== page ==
Friday, May 18, 2007

Lublin Castle: A castle with an enchanting history

Constructed on a hill, over looking the historic city, Lublin Castle was first built in the 12 century, first with wood, then later on supplemented with stones. Though, the castle is currently in ruins, a part of it, which ironically, is also its tallest structure, survives to this day – some 8 centuries later.

Though, the castle has changed hands, many a times, but during most times, it was further rebuilt.

During the reign of Casimir the Great, a 14 century ruler, the castle was strenghtened with stone and mortar. It was in the same period that the castle’s church, was also constructed to serve as the ruling family’s chapel.

Later on, the fortress was further modified under the watchful eyes of Italian masters, who were brought in to decorate the halls and the main areas. This was done as the castle became a favourite residence of the then current-day royal family - members of the Jagiellon Dynasty.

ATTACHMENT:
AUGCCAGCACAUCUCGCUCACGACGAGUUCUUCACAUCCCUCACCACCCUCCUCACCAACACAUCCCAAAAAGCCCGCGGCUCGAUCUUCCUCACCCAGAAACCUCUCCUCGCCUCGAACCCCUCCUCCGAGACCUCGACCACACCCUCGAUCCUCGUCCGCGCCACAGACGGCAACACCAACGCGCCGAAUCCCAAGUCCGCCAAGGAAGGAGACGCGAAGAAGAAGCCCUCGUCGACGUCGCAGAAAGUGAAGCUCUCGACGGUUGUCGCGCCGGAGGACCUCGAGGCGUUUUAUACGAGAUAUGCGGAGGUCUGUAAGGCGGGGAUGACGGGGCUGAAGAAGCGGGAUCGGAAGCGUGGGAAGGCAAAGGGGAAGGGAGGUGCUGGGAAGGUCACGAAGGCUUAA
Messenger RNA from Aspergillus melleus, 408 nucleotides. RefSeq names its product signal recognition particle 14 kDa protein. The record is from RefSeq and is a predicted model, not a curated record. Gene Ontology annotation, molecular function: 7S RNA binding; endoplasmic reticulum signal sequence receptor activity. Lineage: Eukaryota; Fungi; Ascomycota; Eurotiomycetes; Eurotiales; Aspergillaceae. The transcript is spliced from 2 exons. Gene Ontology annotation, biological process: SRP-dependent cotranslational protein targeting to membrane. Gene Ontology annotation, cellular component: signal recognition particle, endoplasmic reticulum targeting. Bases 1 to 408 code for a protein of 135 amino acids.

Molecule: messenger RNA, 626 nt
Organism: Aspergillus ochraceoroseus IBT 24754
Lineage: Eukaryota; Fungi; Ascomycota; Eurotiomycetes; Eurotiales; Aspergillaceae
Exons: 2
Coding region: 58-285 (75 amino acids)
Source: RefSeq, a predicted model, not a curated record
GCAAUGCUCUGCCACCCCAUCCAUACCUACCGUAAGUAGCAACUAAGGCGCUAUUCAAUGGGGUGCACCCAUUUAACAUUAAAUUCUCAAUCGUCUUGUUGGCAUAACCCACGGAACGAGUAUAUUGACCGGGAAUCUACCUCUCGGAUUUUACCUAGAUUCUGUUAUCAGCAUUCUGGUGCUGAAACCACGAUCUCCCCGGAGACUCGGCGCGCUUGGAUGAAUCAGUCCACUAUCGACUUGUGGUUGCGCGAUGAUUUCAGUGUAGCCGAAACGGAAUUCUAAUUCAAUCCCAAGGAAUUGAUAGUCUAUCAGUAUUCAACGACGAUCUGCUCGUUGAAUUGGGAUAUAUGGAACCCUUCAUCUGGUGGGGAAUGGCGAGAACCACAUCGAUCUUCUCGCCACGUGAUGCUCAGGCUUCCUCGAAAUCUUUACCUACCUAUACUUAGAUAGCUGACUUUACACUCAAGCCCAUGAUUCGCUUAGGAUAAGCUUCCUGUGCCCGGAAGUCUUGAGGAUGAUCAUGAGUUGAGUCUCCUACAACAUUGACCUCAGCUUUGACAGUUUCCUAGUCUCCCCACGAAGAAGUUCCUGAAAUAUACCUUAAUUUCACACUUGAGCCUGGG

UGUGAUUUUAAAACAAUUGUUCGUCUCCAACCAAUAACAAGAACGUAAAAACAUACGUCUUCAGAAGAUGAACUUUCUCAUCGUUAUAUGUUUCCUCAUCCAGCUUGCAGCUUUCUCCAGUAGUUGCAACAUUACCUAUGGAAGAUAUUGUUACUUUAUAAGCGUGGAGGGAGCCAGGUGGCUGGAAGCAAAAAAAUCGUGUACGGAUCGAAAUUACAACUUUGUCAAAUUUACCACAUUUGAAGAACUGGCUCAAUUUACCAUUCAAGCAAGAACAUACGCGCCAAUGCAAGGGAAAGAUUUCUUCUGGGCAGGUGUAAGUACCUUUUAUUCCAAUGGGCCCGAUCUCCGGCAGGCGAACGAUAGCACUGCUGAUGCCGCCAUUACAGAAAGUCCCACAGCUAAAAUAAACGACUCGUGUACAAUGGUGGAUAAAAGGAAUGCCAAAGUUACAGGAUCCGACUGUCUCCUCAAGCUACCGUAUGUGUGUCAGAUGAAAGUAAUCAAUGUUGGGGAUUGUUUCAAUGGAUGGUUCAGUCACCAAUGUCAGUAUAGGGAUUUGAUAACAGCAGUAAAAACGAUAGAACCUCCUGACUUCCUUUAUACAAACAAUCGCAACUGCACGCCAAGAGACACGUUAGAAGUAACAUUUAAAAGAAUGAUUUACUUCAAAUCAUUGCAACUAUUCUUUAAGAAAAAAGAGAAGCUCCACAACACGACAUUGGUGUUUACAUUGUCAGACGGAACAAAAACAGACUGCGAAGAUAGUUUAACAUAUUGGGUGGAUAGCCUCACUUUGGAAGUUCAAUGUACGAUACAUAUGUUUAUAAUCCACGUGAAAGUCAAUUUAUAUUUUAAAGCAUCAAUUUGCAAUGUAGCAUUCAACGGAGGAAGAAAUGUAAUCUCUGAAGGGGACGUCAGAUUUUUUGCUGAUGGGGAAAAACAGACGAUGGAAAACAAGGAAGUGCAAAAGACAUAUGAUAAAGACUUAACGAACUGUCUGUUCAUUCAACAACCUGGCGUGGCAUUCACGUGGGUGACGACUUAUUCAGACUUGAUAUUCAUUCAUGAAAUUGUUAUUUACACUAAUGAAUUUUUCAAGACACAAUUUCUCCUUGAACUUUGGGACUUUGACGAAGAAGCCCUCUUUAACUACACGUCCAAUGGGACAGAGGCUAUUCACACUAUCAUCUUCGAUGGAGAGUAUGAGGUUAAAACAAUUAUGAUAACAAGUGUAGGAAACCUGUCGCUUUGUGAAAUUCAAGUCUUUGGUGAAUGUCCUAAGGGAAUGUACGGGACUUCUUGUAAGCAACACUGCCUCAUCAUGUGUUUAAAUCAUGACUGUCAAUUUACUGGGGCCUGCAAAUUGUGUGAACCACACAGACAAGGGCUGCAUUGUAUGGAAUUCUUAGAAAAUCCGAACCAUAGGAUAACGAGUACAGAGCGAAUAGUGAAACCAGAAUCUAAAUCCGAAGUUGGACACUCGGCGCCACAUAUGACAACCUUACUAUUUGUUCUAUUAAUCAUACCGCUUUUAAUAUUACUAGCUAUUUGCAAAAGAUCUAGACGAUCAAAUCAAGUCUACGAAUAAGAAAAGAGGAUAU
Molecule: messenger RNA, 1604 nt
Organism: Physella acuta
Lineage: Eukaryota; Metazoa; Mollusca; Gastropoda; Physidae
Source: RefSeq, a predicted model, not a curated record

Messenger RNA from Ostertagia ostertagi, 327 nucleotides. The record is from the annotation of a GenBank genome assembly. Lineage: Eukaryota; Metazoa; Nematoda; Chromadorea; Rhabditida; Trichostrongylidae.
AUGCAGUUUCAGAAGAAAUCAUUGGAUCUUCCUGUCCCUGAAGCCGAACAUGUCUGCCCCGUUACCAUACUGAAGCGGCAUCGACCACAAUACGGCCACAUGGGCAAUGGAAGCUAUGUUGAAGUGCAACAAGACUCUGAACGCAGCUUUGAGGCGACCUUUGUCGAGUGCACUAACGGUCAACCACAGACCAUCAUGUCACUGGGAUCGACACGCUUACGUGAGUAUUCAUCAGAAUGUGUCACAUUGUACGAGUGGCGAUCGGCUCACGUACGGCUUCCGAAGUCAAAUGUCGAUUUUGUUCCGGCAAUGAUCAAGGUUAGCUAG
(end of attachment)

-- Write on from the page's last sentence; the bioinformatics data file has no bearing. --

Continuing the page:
In the 17 century, the castle was felled out of favour with the royals and they moved out. It then fell into disrepair and only certain areas, including the chapel remained intact.

During the occupation of Russian imperial forces, it serves as a prison. Later on during the WWII, Nazis also coverted into a prison, holding amongst the many prisoners, the underground resistance fighters.

Currently, the neglected castle has returned to its former glory. It now houses the Lublin Museum.

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